Saturday, October 20, 2007

Stanley #5 Restored!

I recently finished restoring this old Stanley #5 jack plane for my friend Jamie. His parents had bought it for him at a yard sale, and it was in a sorry state. In addition to never having been tuned when new, it had picked up a lot of rust and other crud over the years.



I disassembled the plane, being careful to note where each part went.  Next, I lapped the bottom and sides on an edge sander.  It took a long time since it had never been trued when new.  Planes don't come ready to use from the factory.  The soles have to be flattened (or "lapped"), the chipbreaker requires modification, and the iron needs grinding and honing.  I did all of these things then shined all the loose metal pieces.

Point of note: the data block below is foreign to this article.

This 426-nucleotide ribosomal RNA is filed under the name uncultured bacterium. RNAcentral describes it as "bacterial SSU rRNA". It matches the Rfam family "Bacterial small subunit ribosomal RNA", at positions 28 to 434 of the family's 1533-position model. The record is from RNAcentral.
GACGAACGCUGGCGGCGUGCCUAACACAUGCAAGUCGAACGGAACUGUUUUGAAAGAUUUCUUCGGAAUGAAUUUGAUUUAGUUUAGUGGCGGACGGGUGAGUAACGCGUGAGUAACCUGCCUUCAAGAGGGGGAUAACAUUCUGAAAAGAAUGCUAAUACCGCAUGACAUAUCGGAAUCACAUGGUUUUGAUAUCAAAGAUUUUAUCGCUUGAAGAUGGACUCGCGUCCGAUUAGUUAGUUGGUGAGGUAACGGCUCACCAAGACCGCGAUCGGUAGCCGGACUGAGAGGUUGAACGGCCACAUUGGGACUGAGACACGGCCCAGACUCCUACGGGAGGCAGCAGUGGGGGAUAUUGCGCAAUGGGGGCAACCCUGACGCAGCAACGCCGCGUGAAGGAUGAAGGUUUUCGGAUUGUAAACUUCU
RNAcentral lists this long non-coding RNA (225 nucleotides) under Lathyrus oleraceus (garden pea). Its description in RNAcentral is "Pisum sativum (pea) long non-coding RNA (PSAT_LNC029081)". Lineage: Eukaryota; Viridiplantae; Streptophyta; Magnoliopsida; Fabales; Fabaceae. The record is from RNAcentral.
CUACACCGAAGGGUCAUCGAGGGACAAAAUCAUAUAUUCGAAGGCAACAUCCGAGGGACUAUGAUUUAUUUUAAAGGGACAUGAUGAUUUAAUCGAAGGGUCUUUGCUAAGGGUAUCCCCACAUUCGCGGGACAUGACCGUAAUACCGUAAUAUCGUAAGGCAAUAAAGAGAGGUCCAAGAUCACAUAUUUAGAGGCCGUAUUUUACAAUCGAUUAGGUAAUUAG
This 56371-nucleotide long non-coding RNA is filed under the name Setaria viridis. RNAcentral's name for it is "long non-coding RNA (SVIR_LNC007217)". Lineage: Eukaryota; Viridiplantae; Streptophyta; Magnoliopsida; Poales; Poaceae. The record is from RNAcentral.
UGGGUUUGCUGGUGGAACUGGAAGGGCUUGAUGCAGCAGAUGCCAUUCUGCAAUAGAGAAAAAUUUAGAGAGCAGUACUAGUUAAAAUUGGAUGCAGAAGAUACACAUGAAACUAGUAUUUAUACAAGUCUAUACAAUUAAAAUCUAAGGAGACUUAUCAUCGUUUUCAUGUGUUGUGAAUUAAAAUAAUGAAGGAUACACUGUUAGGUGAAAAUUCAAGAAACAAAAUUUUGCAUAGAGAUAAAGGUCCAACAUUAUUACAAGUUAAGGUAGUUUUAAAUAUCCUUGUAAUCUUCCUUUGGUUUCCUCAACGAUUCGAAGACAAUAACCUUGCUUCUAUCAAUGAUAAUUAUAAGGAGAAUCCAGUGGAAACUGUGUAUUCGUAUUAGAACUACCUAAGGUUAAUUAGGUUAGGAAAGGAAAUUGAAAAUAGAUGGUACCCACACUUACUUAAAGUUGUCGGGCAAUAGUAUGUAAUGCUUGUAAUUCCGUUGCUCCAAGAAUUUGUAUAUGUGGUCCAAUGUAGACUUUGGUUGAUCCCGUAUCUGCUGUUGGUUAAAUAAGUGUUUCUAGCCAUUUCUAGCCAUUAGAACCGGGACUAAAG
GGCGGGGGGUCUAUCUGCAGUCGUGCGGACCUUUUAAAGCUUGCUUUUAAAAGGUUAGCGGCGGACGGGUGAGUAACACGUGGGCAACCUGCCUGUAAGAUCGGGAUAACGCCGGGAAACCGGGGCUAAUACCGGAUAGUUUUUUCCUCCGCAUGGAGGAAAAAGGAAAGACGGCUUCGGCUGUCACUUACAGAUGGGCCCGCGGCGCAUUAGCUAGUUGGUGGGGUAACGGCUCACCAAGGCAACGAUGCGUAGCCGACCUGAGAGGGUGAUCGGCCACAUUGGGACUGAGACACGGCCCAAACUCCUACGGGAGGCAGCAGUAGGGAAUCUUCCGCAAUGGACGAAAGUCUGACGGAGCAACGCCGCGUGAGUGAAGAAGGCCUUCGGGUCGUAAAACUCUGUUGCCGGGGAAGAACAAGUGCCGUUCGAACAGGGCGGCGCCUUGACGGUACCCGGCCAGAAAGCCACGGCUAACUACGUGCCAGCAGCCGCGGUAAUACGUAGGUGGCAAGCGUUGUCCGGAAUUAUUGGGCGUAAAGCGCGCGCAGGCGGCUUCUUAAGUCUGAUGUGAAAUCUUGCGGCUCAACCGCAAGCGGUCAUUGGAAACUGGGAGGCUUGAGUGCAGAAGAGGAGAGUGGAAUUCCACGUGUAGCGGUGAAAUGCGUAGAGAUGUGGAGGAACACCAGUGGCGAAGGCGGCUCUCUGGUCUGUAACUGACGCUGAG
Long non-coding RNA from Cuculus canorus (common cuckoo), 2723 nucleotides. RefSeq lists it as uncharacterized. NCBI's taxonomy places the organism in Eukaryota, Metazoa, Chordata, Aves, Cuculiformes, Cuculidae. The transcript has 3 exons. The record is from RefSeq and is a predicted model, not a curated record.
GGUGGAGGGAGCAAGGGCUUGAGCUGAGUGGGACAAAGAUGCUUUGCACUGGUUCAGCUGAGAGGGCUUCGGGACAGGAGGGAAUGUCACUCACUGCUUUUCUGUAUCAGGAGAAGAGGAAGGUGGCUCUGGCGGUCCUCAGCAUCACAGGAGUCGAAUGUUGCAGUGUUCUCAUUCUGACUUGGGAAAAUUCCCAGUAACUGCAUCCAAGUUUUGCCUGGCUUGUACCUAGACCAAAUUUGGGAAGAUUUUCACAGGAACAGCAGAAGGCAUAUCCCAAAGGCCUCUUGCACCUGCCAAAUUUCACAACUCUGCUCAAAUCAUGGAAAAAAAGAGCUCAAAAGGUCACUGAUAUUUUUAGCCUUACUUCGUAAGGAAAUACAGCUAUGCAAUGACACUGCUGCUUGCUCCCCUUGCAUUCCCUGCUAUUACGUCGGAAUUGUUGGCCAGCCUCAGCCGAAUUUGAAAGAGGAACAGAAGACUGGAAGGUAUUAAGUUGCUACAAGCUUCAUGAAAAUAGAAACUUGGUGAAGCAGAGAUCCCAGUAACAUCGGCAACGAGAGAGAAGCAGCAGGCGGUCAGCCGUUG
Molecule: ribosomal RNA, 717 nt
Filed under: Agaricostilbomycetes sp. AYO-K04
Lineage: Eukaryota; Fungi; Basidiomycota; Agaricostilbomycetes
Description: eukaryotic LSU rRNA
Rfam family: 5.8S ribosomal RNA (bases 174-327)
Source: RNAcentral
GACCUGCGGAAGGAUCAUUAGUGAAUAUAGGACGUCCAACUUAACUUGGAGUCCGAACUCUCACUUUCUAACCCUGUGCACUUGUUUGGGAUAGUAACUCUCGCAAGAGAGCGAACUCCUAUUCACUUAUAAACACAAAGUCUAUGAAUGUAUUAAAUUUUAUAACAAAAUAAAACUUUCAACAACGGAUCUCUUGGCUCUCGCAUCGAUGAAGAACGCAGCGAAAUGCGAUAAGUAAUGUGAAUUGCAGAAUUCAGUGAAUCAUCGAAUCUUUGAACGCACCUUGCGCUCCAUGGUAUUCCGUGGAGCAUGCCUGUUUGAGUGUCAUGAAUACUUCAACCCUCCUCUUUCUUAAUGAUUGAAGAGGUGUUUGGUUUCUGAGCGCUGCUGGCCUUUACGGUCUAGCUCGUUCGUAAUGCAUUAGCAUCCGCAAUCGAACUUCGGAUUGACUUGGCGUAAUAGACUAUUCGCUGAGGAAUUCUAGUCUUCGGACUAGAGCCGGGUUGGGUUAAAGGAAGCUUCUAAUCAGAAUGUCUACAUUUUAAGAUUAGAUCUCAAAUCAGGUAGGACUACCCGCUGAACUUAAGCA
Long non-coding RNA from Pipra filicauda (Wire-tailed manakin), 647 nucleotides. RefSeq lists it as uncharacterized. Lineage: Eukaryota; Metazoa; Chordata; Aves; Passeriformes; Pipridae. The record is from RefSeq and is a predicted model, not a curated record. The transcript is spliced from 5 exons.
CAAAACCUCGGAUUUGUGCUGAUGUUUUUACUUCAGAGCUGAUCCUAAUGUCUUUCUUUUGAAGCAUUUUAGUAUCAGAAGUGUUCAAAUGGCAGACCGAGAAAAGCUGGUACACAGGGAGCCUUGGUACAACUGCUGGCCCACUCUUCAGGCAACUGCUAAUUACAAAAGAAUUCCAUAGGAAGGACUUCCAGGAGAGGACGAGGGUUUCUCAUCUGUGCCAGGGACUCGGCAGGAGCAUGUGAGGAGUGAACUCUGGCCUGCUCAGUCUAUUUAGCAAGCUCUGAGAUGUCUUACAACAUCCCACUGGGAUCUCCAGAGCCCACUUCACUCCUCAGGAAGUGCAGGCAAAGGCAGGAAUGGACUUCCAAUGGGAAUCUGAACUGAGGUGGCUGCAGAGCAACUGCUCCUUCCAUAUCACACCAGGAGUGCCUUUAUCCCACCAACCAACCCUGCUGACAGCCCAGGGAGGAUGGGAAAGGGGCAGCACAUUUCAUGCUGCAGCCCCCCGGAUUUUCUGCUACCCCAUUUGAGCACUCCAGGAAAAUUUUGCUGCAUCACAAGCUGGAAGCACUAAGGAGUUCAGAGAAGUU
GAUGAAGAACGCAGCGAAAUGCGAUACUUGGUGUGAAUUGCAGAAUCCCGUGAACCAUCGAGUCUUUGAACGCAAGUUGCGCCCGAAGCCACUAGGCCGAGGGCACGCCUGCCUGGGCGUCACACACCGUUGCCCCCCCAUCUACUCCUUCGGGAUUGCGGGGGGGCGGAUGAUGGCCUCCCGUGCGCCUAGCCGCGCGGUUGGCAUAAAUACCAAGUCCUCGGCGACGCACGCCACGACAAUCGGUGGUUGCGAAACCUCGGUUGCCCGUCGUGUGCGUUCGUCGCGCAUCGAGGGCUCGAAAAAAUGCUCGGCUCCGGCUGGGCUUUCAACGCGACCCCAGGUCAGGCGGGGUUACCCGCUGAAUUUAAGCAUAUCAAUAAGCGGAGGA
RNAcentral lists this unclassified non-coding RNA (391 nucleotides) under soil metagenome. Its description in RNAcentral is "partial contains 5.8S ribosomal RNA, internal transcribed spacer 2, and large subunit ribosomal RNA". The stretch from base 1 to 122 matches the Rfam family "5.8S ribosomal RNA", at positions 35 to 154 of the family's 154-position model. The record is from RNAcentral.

I also refinished the knob and handle.  Instead of the thick lacquer that had been on the wooden parts, I used boiled linseed oil and wax.  That finish has a nice feel in the hand.


Incidentally, old Stanley #5's don't hold a lot of monetary value, so there's nothing much to be lost by doing whatever you want to them.  They can often be found on eBay for $30 or so.  After a couple of hours of work they can usually be restored to a better-than-new state.  If you take on a project like this and want to go whole hog, invest in a replacement iron from Lie-Nielsen.  They produce irons of thicker steel which are harder and hold a better edge for a longer time.


2 comments:

clayb said...
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clayb said...
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